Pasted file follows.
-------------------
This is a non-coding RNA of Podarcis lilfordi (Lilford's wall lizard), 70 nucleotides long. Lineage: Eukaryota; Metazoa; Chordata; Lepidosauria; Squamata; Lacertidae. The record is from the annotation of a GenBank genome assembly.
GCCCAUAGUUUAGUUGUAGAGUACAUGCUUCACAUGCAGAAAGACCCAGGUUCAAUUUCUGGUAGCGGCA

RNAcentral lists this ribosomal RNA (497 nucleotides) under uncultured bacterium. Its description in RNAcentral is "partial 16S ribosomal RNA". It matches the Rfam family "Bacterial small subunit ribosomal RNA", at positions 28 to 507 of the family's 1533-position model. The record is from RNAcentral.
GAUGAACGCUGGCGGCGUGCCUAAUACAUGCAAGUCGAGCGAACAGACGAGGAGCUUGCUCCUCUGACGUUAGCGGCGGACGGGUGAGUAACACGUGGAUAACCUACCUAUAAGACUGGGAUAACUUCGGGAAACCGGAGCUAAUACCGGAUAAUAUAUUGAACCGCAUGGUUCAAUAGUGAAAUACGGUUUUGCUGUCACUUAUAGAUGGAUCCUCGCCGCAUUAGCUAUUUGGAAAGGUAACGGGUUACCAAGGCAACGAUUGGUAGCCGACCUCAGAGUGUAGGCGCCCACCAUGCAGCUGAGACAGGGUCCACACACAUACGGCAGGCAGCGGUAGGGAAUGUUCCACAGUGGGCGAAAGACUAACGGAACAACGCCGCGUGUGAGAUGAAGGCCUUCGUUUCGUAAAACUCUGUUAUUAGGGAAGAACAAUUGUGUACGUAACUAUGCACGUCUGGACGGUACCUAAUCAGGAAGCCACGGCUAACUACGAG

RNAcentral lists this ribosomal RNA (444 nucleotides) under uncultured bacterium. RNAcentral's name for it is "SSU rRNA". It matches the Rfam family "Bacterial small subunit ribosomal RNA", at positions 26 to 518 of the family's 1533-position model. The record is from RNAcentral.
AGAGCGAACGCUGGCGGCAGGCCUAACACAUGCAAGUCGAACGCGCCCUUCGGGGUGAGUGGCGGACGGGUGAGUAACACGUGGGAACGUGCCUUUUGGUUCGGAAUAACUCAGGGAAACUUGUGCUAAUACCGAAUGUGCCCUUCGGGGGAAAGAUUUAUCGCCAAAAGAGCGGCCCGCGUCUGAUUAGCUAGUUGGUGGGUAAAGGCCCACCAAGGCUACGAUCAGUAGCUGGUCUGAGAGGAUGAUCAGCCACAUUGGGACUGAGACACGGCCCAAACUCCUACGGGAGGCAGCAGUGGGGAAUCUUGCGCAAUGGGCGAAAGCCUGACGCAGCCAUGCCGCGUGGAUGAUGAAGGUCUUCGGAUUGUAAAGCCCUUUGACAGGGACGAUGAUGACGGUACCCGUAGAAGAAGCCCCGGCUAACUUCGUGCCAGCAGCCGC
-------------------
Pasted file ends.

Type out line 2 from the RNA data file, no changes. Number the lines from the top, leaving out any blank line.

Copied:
GCCCAUAGUUUAGUUGUAGAGUACAUGCUUCACAUGCAGAAAGACCCAGGUUCAAUUUCUGGUAGCGGCA